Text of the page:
One idea is to provide additional funding for both formal and informal caregiving services. For instance, one could subsidize nursing homes or home health agencies on the formal side; for informal caregiving, one could give stipends to individuals to care for their elderly parents. The question is, does this implementation actually work?
This is the question that Costa-Font et al. (2018) attempt to answer. They find:
We use quasi-experimental evidence on the expansion of the public subsidization of long-term care to examine the causal effect of a change in caregiving affordability on the delivery of hospital care. More specifically, we examine a reform that both introduced a new caregiving allowance and expanded the availability of publicly funded home care services, on both hospital admissions (both on the internal and external margin) and length of stay. We find robust evidence of a reduction in both hospital admissions and utilization among both those receiving a caregiving allowance and, albeit less intensely, among beneficiaries of publicly funded home care, which amounts to 11% of total healthcare costs. These effects were stronger when regions had an operative regional health and social care coordination plan in place. Consistently, a subsequent reduction in the subsidy, five years after its implementation, is found to significantly attenuate such effects.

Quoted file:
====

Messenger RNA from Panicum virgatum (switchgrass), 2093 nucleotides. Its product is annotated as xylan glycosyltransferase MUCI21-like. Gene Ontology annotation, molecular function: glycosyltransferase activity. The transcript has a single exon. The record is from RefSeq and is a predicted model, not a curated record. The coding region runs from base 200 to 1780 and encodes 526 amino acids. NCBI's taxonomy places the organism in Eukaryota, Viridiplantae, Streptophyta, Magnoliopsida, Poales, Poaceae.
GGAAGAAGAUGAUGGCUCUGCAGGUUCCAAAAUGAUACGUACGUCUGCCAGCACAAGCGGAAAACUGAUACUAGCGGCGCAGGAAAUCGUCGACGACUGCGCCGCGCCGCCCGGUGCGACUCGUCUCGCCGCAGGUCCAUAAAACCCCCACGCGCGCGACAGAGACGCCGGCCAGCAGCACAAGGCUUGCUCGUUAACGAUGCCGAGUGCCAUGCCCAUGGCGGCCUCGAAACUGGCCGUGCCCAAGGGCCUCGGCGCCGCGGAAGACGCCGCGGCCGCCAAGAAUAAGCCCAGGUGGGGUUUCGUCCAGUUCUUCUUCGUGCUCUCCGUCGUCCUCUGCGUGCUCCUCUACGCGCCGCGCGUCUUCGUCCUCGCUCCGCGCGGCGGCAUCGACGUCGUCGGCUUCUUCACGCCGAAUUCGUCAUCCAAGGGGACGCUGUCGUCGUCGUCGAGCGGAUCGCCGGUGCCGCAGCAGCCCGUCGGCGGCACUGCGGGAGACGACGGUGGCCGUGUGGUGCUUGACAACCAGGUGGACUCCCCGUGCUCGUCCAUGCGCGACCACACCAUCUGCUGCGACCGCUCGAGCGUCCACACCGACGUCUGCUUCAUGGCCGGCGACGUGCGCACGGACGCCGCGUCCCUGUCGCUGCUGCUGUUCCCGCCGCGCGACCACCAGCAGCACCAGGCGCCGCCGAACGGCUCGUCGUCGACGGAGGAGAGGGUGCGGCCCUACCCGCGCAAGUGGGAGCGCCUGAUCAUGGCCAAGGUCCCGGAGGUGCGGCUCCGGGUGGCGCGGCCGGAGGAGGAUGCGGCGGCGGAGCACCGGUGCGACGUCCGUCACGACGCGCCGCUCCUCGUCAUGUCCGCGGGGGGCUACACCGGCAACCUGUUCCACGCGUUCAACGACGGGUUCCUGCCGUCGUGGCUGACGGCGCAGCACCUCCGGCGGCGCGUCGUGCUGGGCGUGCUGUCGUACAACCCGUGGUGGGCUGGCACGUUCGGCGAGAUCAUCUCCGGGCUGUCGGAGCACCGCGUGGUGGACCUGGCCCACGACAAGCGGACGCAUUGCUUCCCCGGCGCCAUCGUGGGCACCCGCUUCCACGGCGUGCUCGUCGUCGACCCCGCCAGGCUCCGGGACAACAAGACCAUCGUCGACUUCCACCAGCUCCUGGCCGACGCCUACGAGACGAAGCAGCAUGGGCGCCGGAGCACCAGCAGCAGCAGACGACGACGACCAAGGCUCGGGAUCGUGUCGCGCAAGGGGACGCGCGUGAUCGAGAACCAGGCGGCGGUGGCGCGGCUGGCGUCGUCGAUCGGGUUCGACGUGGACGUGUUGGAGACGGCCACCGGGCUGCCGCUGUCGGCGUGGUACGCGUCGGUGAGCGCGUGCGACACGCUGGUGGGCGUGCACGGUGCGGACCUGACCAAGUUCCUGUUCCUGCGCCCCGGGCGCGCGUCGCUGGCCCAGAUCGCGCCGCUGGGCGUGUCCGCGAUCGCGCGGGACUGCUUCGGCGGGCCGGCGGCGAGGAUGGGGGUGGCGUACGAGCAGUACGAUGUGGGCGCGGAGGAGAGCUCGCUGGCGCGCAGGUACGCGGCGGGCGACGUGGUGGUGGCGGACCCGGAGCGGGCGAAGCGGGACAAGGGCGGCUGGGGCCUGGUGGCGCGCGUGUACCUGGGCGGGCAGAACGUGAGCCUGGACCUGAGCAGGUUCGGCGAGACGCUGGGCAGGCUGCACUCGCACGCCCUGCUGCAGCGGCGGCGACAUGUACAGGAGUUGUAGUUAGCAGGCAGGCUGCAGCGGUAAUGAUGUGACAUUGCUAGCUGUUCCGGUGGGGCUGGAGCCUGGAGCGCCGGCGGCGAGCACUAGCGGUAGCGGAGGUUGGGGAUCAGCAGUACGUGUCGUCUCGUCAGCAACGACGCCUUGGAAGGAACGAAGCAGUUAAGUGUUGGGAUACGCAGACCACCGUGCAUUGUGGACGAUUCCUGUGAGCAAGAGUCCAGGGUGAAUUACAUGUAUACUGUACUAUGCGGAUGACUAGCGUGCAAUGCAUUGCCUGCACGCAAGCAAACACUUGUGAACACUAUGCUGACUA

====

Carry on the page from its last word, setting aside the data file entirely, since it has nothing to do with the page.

An interesting study. Future work should consider whether the additional funds are worth the cost. Although avoiding hospitalizations is clearly a positive, these interventions have non-trivial costs associated with them and may or may not be cost-saving in the long run even if they do improve patient outcomes.
Costa-Font, Joan, Sergi Jimenez-Martin, and Cristina Vilaplana. “Does long-term care subsidization reduce hospital admissions and utilization?” Journal of health economics 58 (2018): 43-66.